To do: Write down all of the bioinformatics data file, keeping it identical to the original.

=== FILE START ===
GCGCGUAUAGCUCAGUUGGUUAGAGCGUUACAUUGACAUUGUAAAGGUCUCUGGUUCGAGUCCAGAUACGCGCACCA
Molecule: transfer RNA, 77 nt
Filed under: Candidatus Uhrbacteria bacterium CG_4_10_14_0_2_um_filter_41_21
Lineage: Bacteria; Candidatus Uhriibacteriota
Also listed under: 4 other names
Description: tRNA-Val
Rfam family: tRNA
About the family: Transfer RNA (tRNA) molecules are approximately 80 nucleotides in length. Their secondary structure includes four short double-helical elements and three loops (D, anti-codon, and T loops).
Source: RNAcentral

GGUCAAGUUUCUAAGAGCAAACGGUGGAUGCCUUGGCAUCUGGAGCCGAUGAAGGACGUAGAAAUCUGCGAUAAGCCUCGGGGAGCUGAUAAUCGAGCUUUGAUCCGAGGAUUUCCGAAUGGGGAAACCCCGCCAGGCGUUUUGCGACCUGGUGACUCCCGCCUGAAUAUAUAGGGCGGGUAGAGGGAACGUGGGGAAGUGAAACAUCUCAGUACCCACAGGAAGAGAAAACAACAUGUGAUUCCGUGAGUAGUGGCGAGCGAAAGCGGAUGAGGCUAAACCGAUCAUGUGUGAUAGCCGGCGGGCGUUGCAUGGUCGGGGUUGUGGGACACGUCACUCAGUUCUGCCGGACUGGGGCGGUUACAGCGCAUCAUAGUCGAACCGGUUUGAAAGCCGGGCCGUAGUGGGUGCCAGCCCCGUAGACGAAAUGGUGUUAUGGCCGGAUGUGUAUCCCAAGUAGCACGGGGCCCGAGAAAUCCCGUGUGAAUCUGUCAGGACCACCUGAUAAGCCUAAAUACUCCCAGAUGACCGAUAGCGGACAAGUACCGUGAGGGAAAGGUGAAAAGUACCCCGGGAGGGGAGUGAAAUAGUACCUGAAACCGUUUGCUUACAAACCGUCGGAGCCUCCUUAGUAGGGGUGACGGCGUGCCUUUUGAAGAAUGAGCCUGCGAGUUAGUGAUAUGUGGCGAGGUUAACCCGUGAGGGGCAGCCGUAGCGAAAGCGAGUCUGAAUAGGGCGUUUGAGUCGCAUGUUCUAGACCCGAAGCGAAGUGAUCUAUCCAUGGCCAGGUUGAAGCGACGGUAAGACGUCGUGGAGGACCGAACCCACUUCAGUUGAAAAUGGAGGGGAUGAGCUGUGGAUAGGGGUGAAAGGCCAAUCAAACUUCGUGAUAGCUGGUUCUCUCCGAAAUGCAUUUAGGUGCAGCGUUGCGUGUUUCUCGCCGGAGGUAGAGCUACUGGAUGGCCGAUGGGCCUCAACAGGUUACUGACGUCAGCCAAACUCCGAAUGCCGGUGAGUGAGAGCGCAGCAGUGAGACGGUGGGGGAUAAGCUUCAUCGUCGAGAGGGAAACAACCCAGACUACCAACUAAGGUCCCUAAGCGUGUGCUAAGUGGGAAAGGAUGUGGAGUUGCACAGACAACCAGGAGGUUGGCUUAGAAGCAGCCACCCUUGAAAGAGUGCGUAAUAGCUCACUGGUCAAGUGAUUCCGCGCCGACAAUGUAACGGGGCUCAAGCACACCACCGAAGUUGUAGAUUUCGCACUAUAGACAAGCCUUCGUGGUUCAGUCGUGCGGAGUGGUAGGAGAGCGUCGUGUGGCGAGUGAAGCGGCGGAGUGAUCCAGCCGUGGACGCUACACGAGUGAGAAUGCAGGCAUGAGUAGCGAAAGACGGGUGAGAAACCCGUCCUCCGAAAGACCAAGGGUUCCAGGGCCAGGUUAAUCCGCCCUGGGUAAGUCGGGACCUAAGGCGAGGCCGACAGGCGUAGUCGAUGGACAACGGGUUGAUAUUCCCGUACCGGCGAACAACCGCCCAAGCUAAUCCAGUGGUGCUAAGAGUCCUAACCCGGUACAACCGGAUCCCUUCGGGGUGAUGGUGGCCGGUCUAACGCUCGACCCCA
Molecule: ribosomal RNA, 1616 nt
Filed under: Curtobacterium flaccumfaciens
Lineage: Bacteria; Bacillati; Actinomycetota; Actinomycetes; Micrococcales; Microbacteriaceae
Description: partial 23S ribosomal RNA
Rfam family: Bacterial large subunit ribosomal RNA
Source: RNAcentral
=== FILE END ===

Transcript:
GCGCGUAUAGCUCAGUUGGUUAGAGCGUUACAUUGACAUUGUAAAGGUCUCUGGUUCGAGUCCAGAUACGCGCACCA
Molecule: transfer RNA, 77 nt
Filed under: Candidatus Uhrbacteria bacterium CG_4_10_14_0_2_um_filter_41_21
Lineage: Bacteria; Candidatus Uhriibacteriota
Also listed under: 4 other names
Description: tRNA-Val
Rfam family: tRNA
About the family: Transfer RNA (tRNA) molecules are approximately 80 nucleotides in length. Their secondary structure includes four short double-helical elements and three loops (D, anti-codon, and T loops).
Source: RNAcentral

GGUCAAGUUUCUAAGAGCAAACGGUGGAUGCCUUGGCAUCUGGAGCCGAUGAAGGACGUAGAAAUCUGCGAUAAGCCUCGGGGAGCUGAUAAUCGAGCUUUGAUCCGAGGAUUUCCGAAUGGGGAAACCCCGCCAGGCGUUUUGCGACCUGGUGACUCCCGCCUGAAUAUAUAGGGCGGGUAGAGGGAACGUGGGGAAGUGAAACAUCUCAGUACCCACAGGAAGAGAAAACAACAUGUGAUUCCGUGAGUAGUGGCGAGCGAAAGCGGAUGAGGCUAAACCGAUCAUGUGUGAUAGCCGGCGGGCGUUGCAUGGUCGGGGUUGUGGGACACGUCACUCAGUUCUGCCGGACUGGGGCGGUUACAGCGCAUCAUAGUCGAACCGGUUUGAAAGCCGGGCCGUAGUGGGUGCCAGCCCCGUAGACGAAAUGGUGUUAUGGCCGGAUGUGUAUCCCAAGUAGCACGGGGCCCGAGAAAUCCCGUGUGAAUCUGUCAGGACCACCUGAUAAGCCUAAAUACUCCCAGAUGACCGAUAGCGGACAAGUACCGUGAGGGAAAGGUGAAAAGUACCCCGGGAGGGGAGUGAAAUAGUACCUGAAACCGUUUGCUUACAAACCGUCGGAGCCUCCUUAGUAGGGGUGACGGCGUGCCUUUUGAAGAAUGAGCCUGCGAGUUAGUGAUAUGUGGCGAGGUUAACCCGUGAGGGGCAGCCGUAGCGAAAGCGAGUCUGAAUAGGGCGUUUGAGUCGCAUGUUCUAGACCCGAAGCGAAGUGAUCUAUCCAUGGCCAGGUUGAAGCGACGGUAAGACGUCGUGGAGGACCGAACCCACUUCAGUUGAAAAUGGAGGGGAUGAGCUGUGGAUAGGGGUGAAAGGCCAAUCAAACUUCGUGAUAGCUGGUUCUCUCCGAAAUGCAUUUAGGUGCAGCGUUGCGUGUUUCUCGCCGGAGGUAGAGCUACUGGAUGGCCGAUGGGCCUCAACAGGUUACUGACGUCAGCCAAACUCCGAAUGCCGGUGAGUGAGAGCGCAGCAGUGAGACGGUGGGGGAUAAGCUUCAUCGUCGAGAGGGAAACAACCCAGACUACCAACUAAGGUCCCUAAGCGUGUGCUAAGUGGGAAAGGAUGUGGAGUUGCACAGACAACCAGGAGGUUGGCUUAGAAGCAGCCACCCUUGAAAGAGUGCGUAAUAGCUCACUGGUCAAGUGAUUCCGCGCCGACAAUGUAACGGGGCUCAAGCACACCACCGAAGUUGUAGAUUUCGCACUAUAGACAAGCCUUCGUGGUUCAGUCGUGCGGAGUGGUAGGAGAGCGUCGUGUGGCGAGUGAAGCGGCGGAGUGAUCCAGCCGUGGACGCUACACGAGUGAGAAUGCAGGCAUGAGUAGCGAAAGACGGGUGAGAAACCCGUCCUCCGAAAGACCAAGGGUUCCAGGGCCAGGUUAAUCCGCCCUGGGUAAGUCGGGACCUAAGGCGAGGCCGACAGGCGUAGUCGAUGGACAACGGGUUGAUAUUCCCGUACCGGCGAACAACCGCCCAAGCUAAUCCAGUGGUGCUAAGAGUCCUAACCCGGUACAACCGGAUCCCUUCGGGGUGAUGGUGGCCGGUCUAACGCUCGACCCCA
Molecule: ribosomal RNA, 1616 nt
Filed under: Curtobacterium flaccumfaciens
Lineage: Bacteria; Bacillati; Actinomycetota; Actinomycetes; Micrococcales; Microbacteriaceae
Description: partial 23S ribosomal RNA
Rfam family: Bacterial large subunit ribosomal RNA
Source: RNAcentral